Call it an axiom, or call it a cliché, but it goes something like this: “On any given day, anybody can beat anybody.” If we twist that cliché just a bit, it can fit the experience of working at the National Baseball Hall of Fame and Museum: “On any given day, anybody can show up in Cooperstown.” And like most clichés, it is very true.
Let’s consider a recent example. Over Hall of Fame Weekend, noted comedian Jeff Foxworthy showed up on the guest list. Foxworthy has no direct connection to baseball, other than a strong friendship that he has developed with new inductee and Detroit native John Smoltz. The two became so close that Smoltz decided to invite Foxworthy to Cooperstown as part of his contingent for Hall of Fame Weekend. By all accounts, Foxworthy made plenty of new friends in the village, signing autographs for anyone who would ask and taking part in a multimedia interview with Hall of Fame staff.
Just before Hall of Fame weekend, someone else of note paid a visit to Cooperstown. Though not as well-known as Foxworthy, he is more than slightly popular throughout the state of Michigan. On the Tuesday before induction, Don Wert showed up at the Museum, unannounced and without fanfare. (And also without the yipping noises that earned him the nickname “Coyote” from teammate Don Demeter.)
In fact, the soft-spoken Wert and his family almost made it through the Museum unrecognized. Looking lean and not carrying much weight beyond the 160 pounds he carried as a player, Wert blended in seamlessly with the Cooperstown crowd. Then, one of our visitor services staff happened to be talking to Wert, who casually mentioned that he had once played in the major leagues. The staffer then told Wert that he needed to inform our public relations department, which came out to greet Wert, offering him a gift and a brief tour of the Museum. Much like Foxworthy, Wert made a good impression on staff members. He seemed thrilled that the Hall would take the time to greet him and his family.
For Wert, this was not his first time to Cooperstown. No, that would have been on July 22, 1968, when Wert and the Detroit Tigers paid a visit to central New York to participate in the annual Hall of Fame Game. The Tigers played the Pittsburgh Pirates that day, and in contrast to later Hall of Fame exhibitions, many of the Tigers’ familiar veterans played the majority of the game. That contingent included Al Kaline, Norm Cash, Gates Brown, Mickey Stanley, and Wert himself. In fact, Wert clobbered a home run ball over the center field wall at Doubleday Field. Coming in the first inning, the three-run home run ignited a double-digit outburst and a 10-1 decision over the Pirates. To add to the drama, Wert victimized Jim Bunning, the onetime Tigers ace who was nearing the end of his career with the Pirates (followed by a later stint with the Philadelphia Phillies).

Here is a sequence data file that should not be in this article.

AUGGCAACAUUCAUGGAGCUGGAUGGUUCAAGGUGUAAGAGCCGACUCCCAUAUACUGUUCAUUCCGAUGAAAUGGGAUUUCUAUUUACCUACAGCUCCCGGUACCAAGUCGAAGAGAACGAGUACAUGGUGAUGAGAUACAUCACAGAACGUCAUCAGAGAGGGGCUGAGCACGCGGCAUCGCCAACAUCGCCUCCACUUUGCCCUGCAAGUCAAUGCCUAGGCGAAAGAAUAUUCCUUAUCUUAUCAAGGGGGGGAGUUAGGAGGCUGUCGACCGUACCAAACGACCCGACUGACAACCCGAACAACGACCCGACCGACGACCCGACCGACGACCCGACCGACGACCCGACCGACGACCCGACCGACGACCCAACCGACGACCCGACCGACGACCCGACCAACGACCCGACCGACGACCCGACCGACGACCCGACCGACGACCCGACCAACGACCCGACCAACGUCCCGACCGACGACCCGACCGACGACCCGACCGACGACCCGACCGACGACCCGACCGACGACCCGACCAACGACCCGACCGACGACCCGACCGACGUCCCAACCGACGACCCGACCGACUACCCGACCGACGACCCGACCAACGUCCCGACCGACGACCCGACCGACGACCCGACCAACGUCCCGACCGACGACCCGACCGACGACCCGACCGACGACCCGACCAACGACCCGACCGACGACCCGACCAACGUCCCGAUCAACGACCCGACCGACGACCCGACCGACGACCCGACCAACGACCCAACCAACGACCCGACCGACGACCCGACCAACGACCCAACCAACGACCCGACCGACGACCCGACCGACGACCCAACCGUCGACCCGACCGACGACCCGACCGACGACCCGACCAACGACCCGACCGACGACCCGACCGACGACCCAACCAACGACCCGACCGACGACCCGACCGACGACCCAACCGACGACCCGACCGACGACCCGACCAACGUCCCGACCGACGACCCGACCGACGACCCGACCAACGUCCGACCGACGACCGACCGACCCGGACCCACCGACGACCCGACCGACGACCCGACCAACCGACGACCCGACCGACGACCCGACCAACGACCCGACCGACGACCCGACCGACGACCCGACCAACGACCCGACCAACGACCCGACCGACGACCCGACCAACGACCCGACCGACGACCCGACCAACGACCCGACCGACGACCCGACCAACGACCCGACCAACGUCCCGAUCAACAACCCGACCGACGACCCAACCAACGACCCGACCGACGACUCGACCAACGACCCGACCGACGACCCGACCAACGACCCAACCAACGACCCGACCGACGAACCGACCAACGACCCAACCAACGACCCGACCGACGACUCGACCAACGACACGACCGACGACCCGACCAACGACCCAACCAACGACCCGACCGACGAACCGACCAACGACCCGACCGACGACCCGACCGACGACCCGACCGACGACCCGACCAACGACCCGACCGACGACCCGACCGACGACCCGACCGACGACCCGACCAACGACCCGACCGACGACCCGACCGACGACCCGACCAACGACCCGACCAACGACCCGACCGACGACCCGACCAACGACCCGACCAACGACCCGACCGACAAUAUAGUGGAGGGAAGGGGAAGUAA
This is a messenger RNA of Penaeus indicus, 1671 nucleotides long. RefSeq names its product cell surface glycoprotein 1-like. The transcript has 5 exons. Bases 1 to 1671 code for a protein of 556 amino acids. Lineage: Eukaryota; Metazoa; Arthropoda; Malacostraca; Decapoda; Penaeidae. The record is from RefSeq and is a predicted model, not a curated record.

There were other memorable scenes at Doubleday Field that afternoon, including Roberto Clemente taking photographs from field level. (Yes, even in the days before cell phones, players took photographs during games, or at least exhibition games.) There was also a memorable meeting behind home plate, where Denny McLain, with his powerful arms folded, carried on a conversation with Hall of Famers Charlie Gehringer, Lefty Grove, and Zach Wheat.
No one could have known at the time that McLain, Wert, and Tigers were in the midst of a world championship season. On the day of the Hall of Fame Game, the Tigers held first place in the American League, but by only five and a half games over Baltimore and Cleveland. Even Boston, at nine games off the pace, remained within reach of Detroit.